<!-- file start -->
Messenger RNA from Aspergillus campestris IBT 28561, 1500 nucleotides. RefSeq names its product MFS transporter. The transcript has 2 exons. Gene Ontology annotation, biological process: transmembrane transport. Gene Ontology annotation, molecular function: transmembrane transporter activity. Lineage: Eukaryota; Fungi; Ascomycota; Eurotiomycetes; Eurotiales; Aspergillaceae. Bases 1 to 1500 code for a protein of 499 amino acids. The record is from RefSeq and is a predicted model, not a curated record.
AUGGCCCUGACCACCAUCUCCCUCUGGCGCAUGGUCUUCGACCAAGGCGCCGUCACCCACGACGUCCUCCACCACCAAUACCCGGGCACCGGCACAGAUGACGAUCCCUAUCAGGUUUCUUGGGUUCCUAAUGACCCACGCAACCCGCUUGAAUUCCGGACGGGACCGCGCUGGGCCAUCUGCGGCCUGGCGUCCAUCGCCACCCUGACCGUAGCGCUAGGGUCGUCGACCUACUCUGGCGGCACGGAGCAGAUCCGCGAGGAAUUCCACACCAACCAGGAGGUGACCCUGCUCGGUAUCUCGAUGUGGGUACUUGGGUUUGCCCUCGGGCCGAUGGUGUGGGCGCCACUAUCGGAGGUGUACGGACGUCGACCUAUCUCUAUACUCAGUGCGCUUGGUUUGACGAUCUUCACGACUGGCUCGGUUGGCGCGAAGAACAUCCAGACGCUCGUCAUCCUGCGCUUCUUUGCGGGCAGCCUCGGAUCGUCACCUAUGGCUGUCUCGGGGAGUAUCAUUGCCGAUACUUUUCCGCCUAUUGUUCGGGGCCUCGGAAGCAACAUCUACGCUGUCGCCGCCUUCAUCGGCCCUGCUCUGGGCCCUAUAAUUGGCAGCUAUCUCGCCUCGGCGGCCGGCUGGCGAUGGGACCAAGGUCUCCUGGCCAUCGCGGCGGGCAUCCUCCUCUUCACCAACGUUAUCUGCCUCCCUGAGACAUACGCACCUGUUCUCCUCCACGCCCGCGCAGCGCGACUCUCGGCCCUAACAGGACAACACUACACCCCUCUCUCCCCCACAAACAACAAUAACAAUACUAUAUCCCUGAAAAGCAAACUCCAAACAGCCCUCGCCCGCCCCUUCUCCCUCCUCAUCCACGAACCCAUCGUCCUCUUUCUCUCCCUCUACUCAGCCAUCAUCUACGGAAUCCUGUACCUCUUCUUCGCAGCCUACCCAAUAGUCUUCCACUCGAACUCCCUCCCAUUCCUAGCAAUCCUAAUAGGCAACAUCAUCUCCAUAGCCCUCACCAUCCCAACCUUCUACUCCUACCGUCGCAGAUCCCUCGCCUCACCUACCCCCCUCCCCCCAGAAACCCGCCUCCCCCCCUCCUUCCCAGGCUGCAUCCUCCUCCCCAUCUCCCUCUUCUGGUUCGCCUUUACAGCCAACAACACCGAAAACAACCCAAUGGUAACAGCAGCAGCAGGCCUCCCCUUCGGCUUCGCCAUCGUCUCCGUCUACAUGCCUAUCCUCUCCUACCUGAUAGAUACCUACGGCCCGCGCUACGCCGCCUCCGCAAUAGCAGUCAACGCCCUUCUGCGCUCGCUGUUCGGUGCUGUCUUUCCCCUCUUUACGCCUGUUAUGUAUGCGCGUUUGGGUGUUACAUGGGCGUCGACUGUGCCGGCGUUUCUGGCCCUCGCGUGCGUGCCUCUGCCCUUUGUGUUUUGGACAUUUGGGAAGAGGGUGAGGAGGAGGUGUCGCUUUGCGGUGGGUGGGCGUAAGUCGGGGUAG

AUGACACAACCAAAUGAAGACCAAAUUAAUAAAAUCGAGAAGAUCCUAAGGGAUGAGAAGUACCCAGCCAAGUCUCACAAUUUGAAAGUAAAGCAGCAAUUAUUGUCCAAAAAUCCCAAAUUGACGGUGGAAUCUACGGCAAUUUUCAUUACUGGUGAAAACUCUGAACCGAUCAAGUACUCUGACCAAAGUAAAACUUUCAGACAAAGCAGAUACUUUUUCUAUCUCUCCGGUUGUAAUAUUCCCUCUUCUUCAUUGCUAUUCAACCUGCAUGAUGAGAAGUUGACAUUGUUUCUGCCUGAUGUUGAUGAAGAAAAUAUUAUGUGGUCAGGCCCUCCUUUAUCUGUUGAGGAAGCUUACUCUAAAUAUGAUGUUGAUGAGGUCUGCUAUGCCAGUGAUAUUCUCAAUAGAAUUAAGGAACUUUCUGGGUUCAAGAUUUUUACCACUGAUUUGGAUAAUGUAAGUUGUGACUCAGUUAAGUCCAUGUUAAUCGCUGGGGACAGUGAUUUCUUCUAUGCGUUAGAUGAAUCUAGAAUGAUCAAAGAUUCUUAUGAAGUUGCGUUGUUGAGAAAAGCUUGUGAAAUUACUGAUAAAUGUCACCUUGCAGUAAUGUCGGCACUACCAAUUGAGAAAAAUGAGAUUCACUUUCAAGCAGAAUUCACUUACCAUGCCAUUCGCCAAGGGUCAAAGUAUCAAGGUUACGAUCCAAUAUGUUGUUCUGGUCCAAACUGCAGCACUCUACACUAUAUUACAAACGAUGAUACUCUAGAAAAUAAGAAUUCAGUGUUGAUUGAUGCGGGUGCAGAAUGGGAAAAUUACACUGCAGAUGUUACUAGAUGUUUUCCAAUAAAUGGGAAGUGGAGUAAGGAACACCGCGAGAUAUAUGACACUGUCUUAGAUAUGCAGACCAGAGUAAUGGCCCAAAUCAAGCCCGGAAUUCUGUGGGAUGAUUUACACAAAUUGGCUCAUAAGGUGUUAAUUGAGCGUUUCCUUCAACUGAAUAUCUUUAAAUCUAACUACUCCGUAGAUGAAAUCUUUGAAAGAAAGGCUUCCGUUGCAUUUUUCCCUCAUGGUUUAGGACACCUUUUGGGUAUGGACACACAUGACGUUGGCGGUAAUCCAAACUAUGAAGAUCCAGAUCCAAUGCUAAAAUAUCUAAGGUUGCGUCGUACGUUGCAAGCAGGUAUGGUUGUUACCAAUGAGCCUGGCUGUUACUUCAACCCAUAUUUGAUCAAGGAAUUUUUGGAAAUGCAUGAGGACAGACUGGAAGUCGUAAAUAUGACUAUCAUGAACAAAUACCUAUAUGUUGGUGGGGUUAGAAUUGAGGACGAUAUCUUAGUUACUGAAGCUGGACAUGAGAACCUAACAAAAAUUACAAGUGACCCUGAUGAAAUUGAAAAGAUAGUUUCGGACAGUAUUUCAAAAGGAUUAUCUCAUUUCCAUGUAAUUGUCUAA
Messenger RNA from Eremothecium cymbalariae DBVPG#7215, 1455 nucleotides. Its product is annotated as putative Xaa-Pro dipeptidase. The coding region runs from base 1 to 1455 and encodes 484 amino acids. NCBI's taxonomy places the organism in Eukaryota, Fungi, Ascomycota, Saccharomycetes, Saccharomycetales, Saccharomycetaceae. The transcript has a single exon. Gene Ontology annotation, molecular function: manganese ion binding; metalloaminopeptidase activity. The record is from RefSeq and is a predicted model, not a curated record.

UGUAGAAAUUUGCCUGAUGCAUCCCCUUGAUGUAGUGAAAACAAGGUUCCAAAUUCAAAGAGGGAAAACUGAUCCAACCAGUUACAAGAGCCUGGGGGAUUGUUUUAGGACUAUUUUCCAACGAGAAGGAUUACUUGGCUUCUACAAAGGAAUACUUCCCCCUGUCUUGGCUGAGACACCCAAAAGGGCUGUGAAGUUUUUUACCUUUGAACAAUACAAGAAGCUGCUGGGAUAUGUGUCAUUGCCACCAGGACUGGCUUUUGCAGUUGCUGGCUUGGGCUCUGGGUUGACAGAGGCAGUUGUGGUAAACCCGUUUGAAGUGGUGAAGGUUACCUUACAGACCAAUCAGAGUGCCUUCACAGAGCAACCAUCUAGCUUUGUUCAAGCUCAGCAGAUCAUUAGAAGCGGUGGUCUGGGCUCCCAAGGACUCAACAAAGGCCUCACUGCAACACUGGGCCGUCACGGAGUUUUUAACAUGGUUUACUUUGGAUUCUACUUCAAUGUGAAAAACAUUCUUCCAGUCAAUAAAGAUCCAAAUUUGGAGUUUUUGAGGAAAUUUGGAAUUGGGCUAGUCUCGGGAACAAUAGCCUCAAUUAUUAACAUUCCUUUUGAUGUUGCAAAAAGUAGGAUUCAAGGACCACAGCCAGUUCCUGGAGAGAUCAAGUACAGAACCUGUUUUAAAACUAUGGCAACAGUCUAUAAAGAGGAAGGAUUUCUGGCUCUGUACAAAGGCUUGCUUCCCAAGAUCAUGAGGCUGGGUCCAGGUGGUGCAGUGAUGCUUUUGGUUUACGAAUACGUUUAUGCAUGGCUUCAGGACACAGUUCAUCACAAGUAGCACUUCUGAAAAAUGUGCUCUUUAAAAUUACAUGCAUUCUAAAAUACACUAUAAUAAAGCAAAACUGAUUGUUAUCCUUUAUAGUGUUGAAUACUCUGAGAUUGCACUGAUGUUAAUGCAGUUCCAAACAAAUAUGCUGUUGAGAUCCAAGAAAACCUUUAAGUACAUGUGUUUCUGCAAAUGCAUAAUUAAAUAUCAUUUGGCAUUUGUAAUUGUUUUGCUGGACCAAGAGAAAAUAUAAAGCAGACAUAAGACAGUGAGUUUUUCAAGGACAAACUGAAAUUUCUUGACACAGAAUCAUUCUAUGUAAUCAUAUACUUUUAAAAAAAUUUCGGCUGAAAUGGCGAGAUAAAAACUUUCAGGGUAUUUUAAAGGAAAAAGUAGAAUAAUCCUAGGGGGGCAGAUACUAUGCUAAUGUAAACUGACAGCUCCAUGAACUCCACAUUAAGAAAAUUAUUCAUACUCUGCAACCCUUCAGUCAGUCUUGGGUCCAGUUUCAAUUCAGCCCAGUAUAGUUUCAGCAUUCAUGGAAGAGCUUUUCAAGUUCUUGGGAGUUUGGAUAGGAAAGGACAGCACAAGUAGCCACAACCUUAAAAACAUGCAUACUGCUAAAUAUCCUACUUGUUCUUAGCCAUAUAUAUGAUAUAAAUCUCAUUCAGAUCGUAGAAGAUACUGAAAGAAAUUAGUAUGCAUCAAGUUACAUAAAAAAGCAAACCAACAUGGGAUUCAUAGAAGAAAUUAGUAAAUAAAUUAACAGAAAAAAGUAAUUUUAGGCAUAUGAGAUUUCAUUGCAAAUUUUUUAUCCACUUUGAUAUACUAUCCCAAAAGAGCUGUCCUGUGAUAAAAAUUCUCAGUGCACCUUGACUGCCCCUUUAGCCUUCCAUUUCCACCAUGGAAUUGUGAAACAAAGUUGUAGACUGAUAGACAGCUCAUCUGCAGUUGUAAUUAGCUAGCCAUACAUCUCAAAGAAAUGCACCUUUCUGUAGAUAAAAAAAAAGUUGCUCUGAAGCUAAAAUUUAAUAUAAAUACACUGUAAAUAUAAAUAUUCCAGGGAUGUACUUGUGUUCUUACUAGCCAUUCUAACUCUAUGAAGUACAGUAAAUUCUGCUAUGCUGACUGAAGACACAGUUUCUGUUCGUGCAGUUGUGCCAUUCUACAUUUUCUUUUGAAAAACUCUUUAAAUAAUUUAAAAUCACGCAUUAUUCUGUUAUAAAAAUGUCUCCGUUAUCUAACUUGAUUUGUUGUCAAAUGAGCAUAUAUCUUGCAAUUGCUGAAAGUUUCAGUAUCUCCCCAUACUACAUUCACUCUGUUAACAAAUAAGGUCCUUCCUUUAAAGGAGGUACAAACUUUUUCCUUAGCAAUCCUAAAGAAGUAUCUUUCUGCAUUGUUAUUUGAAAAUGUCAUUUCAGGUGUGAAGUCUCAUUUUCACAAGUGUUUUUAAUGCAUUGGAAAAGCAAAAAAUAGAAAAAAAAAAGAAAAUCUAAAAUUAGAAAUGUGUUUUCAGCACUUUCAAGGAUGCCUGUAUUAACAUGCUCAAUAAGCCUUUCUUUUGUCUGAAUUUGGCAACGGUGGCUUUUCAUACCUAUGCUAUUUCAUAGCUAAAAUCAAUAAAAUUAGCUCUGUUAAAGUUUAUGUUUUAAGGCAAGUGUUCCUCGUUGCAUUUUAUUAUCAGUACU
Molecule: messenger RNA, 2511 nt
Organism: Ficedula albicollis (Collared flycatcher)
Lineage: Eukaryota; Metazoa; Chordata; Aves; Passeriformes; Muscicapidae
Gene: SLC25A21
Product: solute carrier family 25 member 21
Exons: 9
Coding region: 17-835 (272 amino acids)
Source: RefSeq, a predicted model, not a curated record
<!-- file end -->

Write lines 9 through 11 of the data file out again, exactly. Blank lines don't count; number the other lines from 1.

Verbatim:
Gene: SLC25A21
Product: solute carrier family 25 member 21
Exons: 9